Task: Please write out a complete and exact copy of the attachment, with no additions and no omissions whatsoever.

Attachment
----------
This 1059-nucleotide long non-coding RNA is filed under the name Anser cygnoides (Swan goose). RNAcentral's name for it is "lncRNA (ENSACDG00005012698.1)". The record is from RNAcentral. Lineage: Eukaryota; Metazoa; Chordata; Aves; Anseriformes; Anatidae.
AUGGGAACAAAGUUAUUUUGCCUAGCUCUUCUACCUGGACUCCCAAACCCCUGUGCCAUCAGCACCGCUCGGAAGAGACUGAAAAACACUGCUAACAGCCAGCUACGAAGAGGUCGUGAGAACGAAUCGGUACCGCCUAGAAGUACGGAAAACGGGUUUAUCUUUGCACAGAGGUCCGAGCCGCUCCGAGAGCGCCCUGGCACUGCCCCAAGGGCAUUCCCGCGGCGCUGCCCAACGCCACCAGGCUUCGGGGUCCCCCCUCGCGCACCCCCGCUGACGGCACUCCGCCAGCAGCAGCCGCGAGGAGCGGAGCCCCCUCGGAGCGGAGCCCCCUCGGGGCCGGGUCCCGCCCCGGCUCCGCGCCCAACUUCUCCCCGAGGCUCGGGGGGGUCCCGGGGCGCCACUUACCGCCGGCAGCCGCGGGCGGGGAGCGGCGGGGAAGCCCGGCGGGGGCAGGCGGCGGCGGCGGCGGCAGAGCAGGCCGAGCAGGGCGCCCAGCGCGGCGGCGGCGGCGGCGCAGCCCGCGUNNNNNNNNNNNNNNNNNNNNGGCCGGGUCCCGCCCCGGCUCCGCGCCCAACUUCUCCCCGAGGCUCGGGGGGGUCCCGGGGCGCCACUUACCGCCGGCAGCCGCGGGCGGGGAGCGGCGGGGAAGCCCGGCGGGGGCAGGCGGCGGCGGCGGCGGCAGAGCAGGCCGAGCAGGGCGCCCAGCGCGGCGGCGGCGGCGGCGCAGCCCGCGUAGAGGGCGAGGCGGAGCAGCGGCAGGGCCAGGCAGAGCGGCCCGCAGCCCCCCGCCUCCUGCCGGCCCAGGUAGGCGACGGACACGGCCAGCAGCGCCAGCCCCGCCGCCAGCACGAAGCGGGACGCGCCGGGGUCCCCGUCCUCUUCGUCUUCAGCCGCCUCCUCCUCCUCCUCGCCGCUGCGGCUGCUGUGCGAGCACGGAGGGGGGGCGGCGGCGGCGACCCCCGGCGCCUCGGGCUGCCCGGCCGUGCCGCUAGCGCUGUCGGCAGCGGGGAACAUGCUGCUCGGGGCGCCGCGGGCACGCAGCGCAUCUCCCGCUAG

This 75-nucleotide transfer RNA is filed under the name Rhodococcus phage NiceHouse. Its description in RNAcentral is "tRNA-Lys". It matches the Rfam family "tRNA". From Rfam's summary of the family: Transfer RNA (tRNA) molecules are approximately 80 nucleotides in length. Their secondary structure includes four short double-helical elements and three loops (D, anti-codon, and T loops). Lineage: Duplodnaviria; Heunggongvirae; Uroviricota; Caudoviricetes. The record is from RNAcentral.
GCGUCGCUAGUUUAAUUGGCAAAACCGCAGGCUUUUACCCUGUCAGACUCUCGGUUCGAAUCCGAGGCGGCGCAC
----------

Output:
This 1059-nucleotide long non-coding RNA is filed under the name Anser cygnoides (Swan goose). RNAcentral's name for it is "lncRNA (ENSACDG00005012698.1)". The record is from RNAcentral. Lineage: Eukaryota; Metazoa; Chordata; Aves; Anseriformes; Anatidae.
AUGGGAACAAAGUUAUUUUGCCUAGCUCUUCUACCUGGACUCCCAAACCCCUGUGCCAUCAGCACCGCUCGGAAGAGACUGAAAAACACUGCUAACAGCCAGCUACGAAGAGGUCGUGAGAACGAAUCGGUACCGCCUAGAAGUACGGAAAACGGGUUUAUCUUUGCACAGAGGUCCGAGCCGCUCCGAGAGCGCCCUGGCACUGCCCCAAGGGCAUUCCCGCGGCGCUGCCCAACGCCACCAGGCUUCGGGGUCCCCCCUCGCGCACCCCCGCUGACGGCACUCCGCCAGCAGCAGCCGCGAGGAGCGGAGCCCCCUCGGAGCGGAGCCCCCUCGGGGCCGGGUCCCGCCCCGGCUCCGCGCCCAACUUCUCCCCGAGGCUCGGGGGGGUCCCGGGGCGCCACUUACCGCCGGCAGCCGCGGGCGGGGAGCGGCGGGGAAGCCCGGCGGGGGCAGGCGGCGGCGGCGGCGGCAGAGCAGGCCGAGCAGGGCGCCCAGCGCGGCGGCGGCGGCGGCGCAGCCCGCGUNNNNNNNNNNNNNNNNNNNNGGCCGGGUCCCGCCCCGGCUCCGCGCCCAACUUCUCCCCGAGGCUCGGGGGGGUCCCGGGGCGCCACUUACCGCCGGCAGCCGCGGGCGGGGAGCGGCGGGGAAGCCCGGCGGGGGCAGGCGGCGGCGGCGGCGGCAGAGCAGGCCGAGCAGGGCGCCCAGCGCGGCGGCGGCGGCGGCGCAGCCCGCGUAGAGGGCGAGGCGGAGCAGCGGCAGGGCCAGGCAGAGCGGCCCGCAGCCCCCCGCCUCCUGCCGGCCCAGGUAGGCGACGGACACGGCCAGCAGCGCCAGCCCCGCCGCCAGCACGAAGCGGGACGCGCCGGGGUCCCCGUCCUCUUCGUCUUCAGCCGCCUCCUCCUCCUCCUCGCCGCUGCGGCUGCUGUGCGAGCACGGAGGGGGGGCGGCGGCGGCGACCCCCGGCGCCUCGGGCUGCCCGGCCGUGCCGCUAGCGCUGUCGGCAGCGGGGAACAUGCUGCUCGGGGCGCCGCGGGCACGCAGCGCAUCUCCCGCUAG

This 75-nucleotide transfer RNA is filed under the name Rhodococcus phage NiceHouse. Its description in RNAcentral is "tRNA-Lys". It matches the Rfam family "tRNA". From Rfam's summary of the family: Transfer RNA (tRNA) molecules are approximately 80 nucleotides in length. Their secondary structure includes four short double-helical elements and three loops (D, anti-codon, and T loops). Lineage: Duplodnaviria; Heunggongvirae; Uroviricota; Caudoviricetes. The record is from RNAcentral.
GCGUCGCUAGUUUAAUUGGCAAAACCGCAGGCUUUUACCCUGUCAGACUCUCGGUUCGAAUCCGAGGCGGCGCAC